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Sexual assault is in the media a lot these days, so you may be wondering if there has been an increase in the number of people going to police with complaints. In Ottawa, this is the case: More people are coming forward with sexual assault allegations. There was a 15 percent jump in sexual assault complaints made to Ottawa police between 2015 and 2016. However, that doesn’t mean that more people are being arrested or that these complaints are always going to trial.

According to a recent Ottawa Citizen article, “statistics from across North America suggest that only five percent of sexual assault cases are reported. Of those, about 80 percent don’t move forward to the courts.” According to a CBC News Ottawa report, Statistics Canada was quoted as saying a “sexual assault is an incident of unwanted sexual activity, including sexual attacks and sexual touching”.

The Pressures on the Police

The reason that sexual assaults are receiving more attention at the police level is because there is more pressure on the police to lay charges. While the number of police-reported sexual assaults are rising in Ottawa, the rate of charges laid has remained consistent at about 20 percent.

In order to meet the growing need, Ottawa police have increased staff. Yet even with more resources, CBC News’ Elise von Scheel noted that:

“The police service faced criticism from advocates in recent years after data revealed that officers dismissed almost 30 percent of reported sexual assaults as “unfounded.”

A sexual assault complaint is deemed unfounded when an investigator determines no crime occurred.”

This is the one of the main reasons why so many assaults go unreported. Many victims feel that the police will not believe their story. To that end, Ottawa police have started a pilot project where a civilian panel will review how reports of sexual assault and domestic violence are handed by police.

Improving How Sexual Assault Cases Are Handled: The Philadelphia Model

The panel will look at the “unfounded” cases as well as “cleared otherwise” cases where a complainant usually does not want to lay charges. (The third and final way to clear a case is by police laying a charge or charges against someone.) The panel will look at patterns and trends in the cases that were “unfounded” and “cleared otherwise” to see if there are similarities in the way cases are handled, and if improvements could be made.

Ottawa police are looking at instituting a civilian panel to look at sexual assault cases that are unfounded for this year — some 165 in total so far. This panel would be similar to what was adopted in the city of Philadelphia in the year 2000. Such a panel typically has five to 12 people on in, and includes:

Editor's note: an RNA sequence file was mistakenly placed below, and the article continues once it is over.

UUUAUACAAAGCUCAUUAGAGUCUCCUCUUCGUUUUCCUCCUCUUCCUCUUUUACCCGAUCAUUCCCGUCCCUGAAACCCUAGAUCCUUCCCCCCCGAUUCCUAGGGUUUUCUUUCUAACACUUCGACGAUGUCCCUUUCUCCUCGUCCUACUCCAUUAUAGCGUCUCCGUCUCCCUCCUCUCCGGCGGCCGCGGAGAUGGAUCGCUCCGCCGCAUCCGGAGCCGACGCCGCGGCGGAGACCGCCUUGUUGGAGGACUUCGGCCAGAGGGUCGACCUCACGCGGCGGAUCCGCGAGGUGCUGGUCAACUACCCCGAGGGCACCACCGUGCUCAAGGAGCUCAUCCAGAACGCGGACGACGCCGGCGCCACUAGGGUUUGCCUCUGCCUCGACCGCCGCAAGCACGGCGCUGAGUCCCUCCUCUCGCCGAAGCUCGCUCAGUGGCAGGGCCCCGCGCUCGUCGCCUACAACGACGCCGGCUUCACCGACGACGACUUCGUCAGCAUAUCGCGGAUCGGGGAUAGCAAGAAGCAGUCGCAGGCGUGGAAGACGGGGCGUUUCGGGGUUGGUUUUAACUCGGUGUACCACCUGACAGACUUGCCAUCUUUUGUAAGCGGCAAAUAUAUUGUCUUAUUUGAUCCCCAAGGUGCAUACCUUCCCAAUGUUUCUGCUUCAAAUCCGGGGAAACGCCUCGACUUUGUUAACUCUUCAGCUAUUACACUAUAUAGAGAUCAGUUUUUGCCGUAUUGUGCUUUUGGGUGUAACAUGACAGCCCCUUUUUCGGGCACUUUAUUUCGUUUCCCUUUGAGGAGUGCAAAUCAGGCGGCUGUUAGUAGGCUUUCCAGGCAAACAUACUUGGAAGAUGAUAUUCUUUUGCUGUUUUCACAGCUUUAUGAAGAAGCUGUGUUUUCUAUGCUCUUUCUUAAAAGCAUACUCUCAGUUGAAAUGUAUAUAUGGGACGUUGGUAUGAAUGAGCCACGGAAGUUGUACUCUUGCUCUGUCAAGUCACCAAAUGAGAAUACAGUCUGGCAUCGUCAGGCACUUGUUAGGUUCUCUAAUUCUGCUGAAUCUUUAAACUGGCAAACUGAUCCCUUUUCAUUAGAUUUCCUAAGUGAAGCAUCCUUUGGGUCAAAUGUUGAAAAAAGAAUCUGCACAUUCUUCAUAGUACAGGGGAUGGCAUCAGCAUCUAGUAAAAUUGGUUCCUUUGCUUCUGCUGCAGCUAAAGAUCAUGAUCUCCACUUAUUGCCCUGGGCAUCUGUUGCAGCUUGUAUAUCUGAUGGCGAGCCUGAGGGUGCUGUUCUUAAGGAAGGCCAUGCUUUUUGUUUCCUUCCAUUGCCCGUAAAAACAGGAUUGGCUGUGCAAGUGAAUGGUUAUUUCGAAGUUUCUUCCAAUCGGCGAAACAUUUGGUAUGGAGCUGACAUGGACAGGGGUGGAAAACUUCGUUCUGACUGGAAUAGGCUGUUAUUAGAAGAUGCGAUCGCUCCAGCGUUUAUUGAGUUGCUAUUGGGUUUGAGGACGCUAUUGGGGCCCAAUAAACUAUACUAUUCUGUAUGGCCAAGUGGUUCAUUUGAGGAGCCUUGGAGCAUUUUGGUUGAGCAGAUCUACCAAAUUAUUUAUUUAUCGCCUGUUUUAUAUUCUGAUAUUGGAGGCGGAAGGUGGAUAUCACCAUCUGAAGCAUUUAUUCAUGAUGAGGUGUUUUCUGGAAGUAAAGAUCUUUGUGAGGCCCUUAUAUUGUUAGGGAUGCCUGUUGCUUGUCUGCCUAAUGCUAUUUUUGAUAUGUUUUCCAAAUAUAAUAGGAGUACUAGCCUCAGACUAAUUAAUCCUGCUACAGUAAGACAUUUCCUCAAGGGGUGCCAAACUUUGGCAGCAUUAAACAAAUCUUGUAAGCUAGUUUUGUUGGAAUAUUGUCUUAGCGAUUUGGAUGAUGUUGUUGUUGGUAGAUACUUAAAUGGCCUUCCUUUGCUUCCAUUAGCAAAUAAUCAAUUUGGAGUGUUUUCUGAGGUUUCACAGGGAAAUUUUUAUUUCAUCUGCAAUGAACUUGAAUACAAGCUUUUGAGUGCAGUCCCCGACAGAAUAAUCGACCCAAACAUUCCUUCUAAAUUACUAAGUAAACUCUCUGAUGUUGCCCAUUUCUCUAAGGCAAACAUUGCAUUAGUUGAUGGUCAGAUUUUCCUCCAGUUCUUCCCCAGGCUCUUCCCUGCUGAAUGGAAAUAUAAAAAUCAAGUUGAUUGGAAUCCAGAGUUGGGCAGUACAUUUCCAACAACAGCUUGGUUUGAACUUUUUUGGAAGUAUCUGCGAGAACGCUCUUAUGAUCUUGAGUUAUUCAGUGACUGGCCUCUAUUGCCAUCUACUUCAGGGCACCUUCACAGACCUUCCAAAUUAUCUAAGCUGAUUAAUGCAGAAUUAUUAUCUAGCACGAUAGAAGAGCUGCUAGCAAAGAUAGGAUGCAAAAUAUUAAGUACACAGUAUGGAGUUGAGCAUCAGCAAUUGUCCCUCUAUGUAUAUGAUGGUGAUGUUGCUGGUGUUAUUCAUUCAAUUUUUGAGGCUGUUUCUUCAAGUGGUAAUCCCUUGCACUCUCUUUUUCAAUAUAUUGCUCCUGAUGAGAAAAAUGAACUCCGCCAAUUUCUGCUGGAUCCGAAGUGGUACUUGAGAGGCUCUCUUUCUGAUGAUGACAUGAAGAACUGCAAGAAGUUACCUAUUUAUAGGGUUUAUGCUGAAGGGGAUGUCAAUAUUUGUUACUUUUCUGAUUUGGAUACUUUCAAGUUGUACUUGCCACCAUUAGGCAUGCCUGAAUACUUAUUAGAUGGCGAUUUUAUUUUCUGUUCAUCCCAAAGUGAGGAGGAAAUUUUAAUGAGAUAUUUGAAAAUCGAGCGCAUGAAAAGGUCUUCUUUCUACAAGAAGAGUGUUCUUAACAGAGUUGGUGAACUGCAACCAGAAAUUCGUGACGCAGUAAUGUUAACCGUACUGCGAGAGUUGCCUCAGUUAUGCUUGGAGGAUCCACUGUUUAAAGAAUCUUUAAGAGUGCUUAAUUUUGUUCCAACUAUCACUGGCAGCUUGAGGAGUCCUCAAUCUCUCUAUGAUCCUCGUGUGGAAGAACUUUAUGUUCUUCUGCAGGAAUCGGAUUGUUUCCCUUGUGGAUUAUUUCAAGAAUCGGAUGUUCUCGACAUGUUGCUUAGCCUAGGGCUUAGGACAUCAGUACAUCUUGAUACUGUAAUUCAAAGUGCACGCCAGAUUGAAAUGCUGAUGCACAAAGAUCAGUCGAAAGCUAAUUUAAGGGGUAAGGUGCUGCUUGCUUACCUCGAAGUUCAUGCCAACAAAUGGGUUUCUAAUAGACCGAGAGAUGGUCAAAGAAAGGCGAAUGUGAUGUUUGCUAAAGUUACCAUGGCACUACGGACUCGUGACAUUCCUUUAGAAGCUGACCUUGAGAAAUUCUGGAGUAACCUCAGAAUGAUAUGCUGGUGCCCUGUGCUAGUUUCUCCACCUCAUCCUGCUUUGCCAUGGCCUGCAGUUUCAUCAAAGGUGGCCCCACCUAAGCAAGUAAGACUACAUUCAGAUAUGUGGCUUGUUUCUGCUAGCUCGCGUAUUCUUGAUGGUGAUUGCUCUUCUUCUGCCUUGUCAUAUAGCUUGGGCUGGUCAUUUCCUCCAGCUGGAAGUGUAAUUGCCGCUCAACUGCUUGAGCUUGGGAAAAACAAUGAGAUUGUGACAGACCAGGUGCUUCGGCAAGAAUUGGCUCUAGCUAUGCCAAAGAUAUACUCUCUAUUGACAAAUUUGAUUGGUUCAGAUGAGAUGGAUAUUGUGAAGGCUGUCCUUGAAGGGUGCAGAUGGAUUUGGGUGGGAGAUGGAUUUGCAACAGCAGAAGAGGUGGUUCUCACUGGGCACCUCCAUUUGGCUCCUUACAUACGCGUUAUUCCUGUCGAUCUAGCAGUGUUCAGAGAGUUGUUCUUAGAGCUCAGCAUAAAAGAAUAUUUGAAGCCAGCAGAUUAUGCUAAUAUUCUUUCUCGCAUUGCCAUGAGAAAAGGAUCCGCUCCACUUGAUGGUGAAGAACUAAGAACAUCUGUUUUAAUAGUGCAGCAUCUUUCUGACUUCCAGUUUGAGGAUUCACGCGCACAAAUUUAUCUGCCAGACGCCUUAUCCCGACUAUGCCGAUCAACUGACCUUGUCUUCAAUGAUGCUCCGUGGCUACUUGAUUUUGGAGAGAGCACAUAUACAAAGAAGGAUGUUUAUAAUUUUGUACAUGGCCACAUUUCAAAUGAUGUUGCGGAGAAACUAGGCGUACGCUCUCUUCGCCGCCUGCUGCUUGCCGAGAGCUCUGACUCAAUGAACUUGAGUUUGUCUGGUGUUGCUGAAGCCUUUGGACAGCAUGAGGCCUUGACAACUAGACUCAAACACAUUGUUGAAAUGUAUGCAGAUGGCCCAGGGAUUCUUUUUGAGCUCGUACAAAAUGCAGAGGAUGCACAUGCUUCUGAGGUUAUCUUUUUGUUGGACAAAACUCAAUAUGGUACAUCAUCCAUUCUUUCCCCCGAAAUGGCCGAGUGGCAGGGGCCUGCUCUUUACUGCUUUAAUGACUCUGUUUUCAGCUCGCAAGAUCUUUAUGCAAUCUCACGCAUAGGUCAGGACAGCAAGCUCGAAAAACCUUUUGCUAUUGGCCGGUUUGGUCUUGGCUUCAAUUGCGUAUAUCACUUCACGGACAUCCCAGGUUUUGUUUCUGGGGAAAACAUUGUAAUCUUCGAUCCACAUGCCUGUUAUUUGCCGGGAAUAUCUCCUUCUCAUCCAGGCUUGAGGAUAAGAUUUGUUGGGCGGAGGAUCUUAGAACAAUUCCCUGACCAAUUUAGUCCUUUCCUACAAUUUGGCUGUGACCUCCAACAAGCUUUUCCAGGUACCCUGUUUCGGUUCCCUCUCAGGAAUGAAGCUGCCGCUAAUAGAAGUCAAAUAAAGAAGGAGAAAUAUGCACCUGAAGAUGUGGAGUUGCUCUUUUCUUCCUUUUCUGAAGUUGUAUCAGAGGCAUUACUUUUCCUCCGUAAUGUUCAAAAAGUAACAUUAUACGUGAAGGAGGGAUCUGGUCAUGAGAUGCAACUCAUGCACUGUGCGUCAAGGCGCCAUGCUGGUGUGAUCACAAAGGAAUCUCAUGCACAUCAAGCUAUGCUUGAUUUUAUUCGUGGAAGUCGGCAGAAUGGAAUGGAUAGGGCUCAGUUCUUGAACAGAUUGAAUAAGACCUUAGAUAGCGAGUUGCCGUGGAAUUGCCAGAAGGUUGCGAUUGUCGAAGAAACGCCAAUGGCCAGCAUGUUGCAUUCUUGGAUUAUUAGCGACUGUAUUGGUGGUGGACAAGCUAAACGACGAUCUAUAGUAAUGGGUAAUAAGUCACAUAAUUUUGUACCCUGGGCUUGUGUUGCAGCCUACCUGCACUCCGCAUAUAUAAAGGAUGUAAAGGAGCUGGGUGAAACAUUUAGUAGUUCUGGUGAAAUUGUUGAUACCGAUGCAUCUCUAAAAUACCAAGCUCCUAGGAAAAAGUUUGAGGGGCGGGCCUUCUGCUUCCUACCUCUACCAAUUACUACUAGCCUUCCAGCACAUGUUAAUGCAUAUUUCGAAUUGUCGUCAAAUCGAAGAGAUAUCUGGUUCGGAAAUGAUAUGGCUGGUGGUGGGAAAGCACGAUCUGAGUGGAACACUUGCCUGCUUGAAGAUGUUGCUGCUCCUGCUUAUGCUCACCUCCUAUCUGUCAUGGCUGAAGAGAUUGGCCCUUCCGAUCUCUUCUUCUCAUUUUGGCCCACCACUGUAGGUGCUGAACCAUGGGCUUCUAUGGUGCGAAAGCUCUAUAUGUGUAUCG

• Front-line workers who have dealt with sexual assault survivors.
  • Advocates for women.
  • Academics.
  • People with experience in the legal system.

These types of panels — which treat information as being strictly confidential — review these “unfounded” case by the police and look at interview videos.

Philadelphia took to instituting this model after a 1999 newspaper series of articles detailed the police’s handling of sexual assault cases. According to one panel member who has been on the panel since it was instituted, the number of people reporting sex assaults in the city has increased and rape crisis centres report that victims feel “more satisfied” with their police interactions.

Details on how this panel would work in Ottawa are still to be determined, but it will likely be in place sometime in the fall.

How Does This Affect Me?

The likelihood of you being reported for sexual assault will probably increase, especially if your case is “borderline.” With the police possibly changing the way that sexual assault victims are interviewed, they may be less likely to view such cases as being unfounded and police might be more likely to proceed with laying charges.

Protect Yourself

Contact us if you have reason to believe you may be charged with sexual assault. Armoured Suits offers a complimentary 30-minute private phone consultation, and we can explain the process if you are charged and how to handle it. Contact Armoured Suits by phone at 613-233-0008 or e-mail at yourteam@armouredsuits.ca to book your meeting.